Jamy knew what we should be “into,” and what she was into in 1985 was Madonna. It started with Jamy singing “Material Girl” and “Like a Virgin” and teaching them to me, and it evolved into full-on hero worship. Soon I was buying record albums with my tooth-fairy money and playing them on my Fisher-Price record player. I was memorizing lyrics and buying fan magazines, cutting out every picture of Madonna I could find, and collaging my bedroom walls. Jamy would sleep over, and we’d play records and dance, tie up our hair with tights and wear ripped clothes and proclaim ourselves “sleazy.”
The music was -- well, I didn’t exactly get it. I had to ask my mother what a virgin was, and I wasn’t quite sure I understood what “material” meant, even after it was explained to me. There was something that scared me a little about the song “Burning Up,” but I liked the opening notes of “Borderline,” and the exuberance of “Lucky Star.” I knew my parents disapproved of the lyrics, the sex, and the pseudo-Catholicism, which onl made me want to love the music more. I enjoyed the looks of shocked disbelief I got when my parents heard me sing a lyric like, “Unlike the others I’d do anything/I’m not the same, I have no shame/I’m on fire!”
I’m not sure when or how things went awry. I started getting into trouble at school. I was frequently made to sit in a chair in the hallway outside the classroom. I double and triple-pierced my ears with safety pins multiple times. I wore eyeliner, rubber bracelets, and fingerless gloves. I started shaving my legs. Once or twice I went to school wearing only a thigh-length black t-shirt and underpants. I started getting into fistfights. I kicked another girl in the head once after I’d already pushed her down. I was angry and hurt and I stopped letting people touch me. Once I half-heartedly tried to strangle myself in the back room at school with the long plastic bead necklace I was wearing. I got suspended and nearly flunked out of sixth grade.
Maybe it was because of Jamy’s fair-weather friendship, or maybe the music that I played constantly but barely understood; but, whatever the reasons, I started hating myself. I used to lie on my bed and gaze up at the life-size poster of Madonna and take everything in, the "Boy Toy" belt, the messy bed-head, the crucifixes, the gloves, the half-closed eyes and half-open mouth. I would wonder who she was, what she was thinking, what she could teach me. And I would wonder who I was. Would Madonna save me from myself if I was her number-one fan? In the rare photos of me taken at that time, I look angry and lost.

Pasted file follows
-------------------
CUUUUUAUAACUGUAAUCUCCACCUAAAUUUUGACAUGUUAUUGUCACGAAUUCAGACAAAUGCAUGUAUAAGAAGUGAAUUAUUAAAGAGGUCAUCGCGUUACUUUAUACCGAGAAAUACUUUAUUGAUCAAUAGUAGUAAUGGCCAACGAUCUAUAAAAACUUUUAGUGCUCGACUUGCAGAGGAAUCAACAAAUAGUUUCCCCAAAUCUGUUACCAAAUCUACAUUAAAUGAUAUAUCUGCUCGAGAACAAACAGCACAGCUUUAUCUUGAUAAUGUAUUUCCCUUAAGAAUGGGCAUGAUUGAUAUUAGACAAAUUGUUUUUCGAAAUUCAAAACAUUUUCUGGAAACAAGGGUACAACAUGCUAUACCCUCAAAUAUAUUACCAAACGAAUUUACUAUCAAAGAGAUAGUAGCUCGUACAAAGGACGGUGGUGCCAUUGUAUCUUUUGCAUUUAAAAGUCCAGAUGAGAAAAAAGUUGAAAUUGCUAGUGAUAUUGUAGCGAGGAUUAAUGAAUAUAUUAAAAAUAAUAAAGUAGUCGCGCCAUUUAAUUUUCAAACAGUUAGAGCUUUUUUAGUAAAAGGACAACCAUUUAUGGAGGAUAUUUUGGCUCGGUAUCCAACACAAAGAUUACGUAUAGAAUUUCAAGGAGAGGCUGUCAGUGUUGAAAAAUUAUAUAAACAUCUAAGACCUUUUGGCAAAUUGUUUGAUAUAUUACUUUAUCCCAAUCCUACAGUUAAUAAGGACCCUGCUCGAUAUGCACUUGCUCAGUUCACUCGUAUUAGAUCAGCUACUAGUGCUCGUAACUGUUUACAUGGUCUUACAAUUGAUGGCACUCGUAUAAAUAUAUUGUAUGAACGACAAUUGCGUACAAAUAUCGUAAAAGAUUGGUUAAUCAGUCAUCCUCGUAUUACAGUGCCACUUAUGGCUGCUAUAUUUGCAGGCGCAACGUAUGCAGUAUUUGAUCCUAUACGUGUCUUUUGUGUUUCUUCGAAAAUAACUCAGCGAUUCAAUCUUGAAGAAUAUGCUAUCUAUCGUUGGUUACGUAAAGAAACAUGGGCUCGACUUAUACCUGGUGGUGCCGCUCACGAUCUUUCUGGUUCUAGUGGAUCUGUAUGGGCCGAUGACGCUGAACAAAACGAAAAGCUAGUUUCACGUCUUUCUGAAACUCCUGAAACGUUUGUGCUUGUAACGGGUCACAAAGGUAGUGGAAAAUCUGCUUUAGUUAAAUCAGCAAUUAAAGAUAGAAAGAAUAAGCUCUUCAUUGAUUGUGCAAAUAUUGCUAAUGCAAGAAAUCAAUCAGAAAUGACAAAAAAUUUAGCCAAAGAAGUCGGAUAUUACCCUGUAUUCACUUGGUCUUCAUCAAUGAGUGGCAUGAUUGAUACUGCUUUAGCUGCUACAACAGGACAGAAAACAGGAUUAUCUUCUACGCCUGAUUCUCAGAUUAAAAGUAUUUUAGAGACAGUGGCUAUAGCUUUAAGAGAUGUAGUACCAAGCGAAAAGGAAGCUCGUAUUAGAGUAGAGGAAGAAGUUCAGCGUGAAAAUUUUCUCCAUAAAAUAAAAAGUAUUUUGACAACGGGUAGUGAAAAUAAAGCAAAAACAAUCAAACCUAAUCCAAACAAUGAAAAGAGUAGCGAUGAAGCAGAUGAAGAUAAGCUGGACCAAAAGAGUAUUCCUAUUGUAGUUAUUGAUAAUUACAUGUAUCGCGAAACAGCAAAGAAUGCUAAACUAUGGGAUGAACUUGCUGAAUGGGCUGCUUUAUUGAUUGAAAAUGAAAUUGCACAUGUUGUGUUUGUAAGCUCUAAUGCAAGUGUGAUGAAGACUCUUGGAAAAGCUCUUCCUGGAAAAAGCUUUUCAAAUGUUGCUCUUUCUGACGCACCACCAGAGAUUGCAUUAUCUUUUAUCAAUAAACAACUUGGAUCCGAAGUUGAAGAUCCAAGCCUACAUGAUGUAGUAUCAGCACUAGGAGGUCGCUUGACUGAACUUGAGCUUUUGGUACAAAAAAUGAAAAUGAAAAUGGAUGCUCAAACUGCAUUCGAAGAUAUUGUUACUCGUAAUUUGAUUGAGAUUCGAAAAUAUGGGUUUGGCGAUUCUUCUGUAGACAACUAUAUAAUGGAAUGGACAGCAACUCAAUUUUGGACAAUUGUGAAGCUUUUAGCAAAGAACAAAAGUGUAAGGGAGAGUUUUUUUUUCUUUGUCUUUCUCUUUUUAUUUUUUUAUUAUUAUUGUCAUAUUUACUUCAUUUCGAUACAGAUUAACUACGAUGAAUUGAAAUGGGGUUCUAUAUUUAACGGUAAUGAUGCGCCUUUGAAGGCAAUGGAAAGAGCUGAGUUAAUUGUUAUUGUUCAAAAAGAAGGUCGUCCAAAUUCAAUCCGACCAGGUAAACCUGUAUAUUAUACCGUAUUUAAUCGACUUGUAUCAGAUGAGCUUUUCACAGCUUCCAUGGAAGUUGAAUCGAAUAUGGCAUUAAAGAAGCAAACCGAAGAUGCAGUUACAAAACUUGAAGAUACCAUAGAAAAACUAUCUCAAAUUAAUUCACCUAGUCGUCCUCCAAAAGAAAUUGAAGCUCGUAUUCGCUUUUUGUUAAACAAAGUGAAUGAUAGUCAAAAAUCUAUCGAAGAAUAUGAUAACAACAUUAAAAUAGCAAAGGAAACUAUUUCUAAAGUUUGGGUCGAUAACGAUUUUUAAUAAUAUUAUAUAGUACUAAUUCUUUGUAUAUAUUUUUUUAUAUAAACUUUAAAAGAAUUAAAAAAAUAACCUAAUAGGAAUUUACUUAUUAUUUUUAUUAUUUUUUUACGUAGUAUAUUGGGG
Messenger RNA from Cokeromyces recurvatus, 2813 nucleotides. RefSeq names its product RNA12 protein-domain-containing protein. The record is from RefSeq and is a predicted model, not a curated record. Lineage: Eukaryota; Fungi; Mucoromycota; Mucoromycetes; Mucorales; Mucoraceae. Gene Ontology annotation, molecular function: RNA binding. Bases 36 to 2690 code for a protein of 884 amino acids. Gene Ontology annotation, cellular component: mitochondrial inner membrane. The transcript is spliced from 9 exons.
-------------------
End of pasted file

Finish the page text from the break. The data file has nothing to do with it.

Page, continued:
When I was twelve, my parents decided at take me and my three younger brothers to Israel in anticipation of my bat mitzvah. I didn’t want to go. Why should I go to a far-away country that had nothing to do with me, to celebrate a milestone that I wasn’t even sure I cared about?
We stayed in Israel for a full month, touring around the country and visiting relatives. My father had hired Laura, a young American ex-pat, to drive us around in a van and serve as our tour guide. And somehow -- starting on the first day we arrived in Israel, and Laura led us through a little Havdalah service, the closing prayers at the end of the Jewish Sabbath, in front of the Western Wall -- I felt something inside me change. There was something familiar to me in the stones of Jerusalem, the green and blue of the Galilee, and the dust of Masada. There was something lyrical in the spoken Hebrew that I’d always found to be so obtuse on the page. Something sweet to be tasted in the persimmons and even the lemons from the tree in my cousins’ backyard. I had always believed in God, but Israel was a whole country of holiness. I opened myself to the experience, and was amazed at what I saw and felt.